I’m lucky enough to have been part of some amazing crit groups over the years! My fellow critters are some of my closest writing friends. Yet, on my first night at our local writing studio, I was unsure, hesitant and scared. I didn’t know them and had never before shared my work on this level. At the time, I was a newbie in a crowd of veterans…and then, they gave me the best advice about accepting critiques.
“Don’t take anything we say personally, but always take it to heart.”
What a powerful little piece of encouragement and affirmation! I try to apply this to any editing I do and for all the new writers I meet. For me, it hits on two key points:
There is a vast difference between YOU and YOUR NOVEL
In a critique session, no one—not a friend, not an agent, not an editor—should be critiquing you. All the advice and comments should be directed to what’s on the page. So, you never have to worry about being hurt personally.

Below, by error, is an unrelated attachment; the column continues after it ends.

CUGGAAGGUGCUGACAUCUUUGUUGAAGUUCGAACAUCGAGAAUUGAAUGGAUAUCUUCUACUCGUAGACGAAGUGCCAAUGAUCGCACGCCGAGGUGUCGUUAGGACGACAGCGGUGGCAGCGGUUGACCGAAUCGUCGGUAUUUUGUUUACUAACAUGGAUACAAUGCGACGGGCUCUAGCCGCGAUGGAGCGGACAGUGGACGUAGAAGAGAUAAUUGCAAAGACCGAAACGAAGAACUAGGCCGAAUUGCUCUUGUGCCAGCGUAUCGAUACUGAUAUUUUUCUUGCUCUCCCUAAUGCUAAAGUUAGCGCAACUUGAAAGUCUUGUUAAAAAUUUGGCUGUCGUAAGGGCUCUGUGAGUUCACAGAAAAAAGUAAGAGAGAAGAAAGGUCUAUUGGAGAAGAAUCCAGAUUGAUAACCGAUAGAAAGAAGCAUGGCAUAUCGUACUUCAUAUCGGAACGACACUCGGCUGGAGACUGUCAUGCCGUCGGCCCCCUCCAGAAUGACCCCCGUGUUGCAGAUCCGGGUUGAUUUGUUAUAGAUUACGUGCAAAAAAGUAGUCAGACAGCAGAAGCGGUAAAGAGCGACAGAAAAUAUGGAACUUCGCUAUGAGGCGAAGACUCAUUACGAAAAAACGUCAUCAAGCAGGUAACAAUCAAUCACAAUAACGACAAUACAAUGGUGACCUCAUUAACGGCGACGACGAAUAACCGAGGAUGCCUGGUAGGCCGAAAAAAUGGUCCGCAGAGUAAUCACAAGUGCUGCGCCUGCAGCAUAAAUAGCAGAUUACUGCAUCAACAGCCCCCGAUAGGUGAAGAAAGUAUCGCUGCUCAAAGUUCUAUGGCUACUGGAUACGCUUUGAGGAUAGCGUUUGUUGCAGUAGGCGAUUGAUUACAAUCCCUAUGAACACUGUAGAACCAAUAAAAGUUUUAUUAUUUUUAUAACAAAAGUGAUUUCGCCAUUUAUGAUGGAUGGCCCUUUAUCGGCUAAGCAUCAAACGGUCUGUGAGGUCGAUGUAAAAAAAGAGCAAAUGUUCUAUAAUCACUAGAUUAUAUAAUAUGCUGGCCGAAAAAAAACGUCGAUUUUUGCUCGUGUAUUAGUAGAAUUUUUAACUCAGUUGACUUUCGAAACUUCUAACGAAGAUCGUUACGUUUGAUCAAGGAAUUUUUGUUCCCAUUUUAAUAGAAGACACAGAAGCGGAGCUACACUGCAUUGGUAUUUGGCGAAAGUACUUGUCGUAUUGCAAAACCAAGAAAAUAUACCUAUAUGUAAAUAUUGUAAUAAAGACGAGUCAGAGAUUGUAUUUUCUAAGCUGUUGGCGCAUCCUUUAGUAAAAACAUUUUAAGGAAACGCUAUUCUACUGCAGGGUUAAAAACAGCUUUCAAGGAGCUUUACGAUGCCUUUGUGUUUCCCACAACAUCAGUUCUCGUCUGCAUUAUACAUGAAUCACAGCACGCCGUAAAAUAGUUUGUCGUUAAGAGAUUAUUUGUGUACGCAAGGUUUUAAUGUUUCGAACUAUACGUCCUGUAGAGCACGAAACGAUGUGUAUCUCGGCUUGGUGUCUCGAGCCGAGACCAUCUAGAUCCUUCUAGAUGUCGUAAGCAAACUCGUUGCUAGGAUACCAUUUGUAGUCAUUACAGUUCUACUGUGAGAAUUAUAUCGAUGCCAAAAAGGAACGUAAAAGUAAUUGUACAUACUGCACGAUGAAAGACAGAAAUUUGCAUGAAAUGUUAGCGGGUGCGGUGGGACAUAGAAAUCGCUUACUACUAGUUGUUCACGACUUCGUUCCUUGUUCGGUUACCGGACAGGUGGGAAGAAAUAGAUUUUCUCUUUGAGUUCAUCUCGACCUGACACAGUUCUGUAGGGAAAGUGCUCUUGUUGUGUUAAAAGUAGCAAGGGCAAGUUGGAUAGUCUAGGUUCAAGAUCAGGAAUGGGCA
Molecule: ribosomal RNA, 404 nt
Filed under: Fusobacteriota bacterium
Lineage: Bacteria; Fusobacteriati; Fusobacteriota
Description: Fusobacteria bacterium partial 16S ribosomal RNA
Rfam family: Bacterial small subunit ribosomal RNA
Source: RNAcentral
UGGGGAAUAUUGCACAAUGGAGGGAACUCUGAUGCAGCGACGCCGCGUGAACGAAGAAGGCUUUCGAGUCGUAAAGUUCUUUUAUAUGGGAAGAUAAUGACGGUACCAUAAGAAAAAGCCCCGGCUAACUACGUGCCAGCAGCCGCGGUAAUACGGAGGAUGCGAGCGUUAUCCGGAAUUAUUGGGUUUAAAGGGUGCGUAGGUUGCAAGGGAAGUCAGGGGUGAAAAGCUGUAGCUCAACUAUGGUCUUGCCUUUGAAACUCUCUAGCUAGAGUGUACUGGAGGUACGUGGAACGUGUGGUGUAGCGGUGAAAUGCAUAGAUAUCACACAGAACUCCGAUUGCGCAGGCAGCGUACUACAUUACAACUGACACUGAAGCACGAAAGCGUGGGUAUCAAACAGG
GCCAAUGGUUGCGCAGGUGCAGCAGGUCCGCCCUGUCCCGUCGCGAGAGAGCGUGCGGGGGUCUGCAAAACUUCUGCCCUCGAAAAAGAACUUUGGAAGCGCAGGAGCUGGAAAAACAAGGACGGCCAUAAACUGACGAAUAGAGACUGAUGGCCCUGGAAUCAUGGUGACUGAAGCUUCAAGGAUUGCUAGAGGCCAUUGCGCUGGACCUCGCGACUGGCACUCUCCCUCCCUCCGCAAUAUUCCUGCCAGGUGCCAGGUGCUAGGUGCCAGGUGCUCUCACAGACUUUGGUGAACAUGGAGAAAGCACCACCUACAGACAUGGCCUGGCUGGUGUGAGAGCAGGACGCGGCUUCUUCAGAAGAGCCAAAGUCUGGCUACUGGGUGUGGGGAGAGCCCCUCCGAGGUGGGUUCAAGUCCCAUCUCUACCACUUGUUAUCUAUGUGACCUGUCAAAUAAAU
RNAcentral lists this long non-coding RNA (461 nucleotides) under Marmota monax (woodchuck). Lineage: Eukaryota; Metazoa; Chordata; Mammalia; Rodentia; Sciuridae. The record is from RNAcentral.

Sure, some things will be hard to hear. You might really need improvement in certain areas. But advice about those trouble spots comes from a place of kindness and helpfulness. It’s meant to make you a better writer, not to malign you or belittle you as a person.
Once you realize that, it frees you from many of the common fears about getting critiqued.
Don’t ignore a critique
Occasionally, out of fear, uncertainty or arrogance, we brush off comments from critters. There are a million excuses we use to justify this: No one else has mentioned that point. The person just didn’t get what I was trying to do. It’ll take too much work to change that – I bet it’s not that big of a deal.
I try hard to always take someone’s critique to heart, because even if it’s just one person’s reaction, it made them stop and stumble as a reader. And I want to avoid that at all costs. As authors, we should always be listening to our readers. Yes, in the end I may decide to ignore the suggestion, but I am careful to give it due diligence before making that call.
Critiques can be great (and humbling) learning opportunities. I think the best approach is to accept them gracefully, review them carefully and apply them.
How about you? What are some of your favorites lessons about critiques?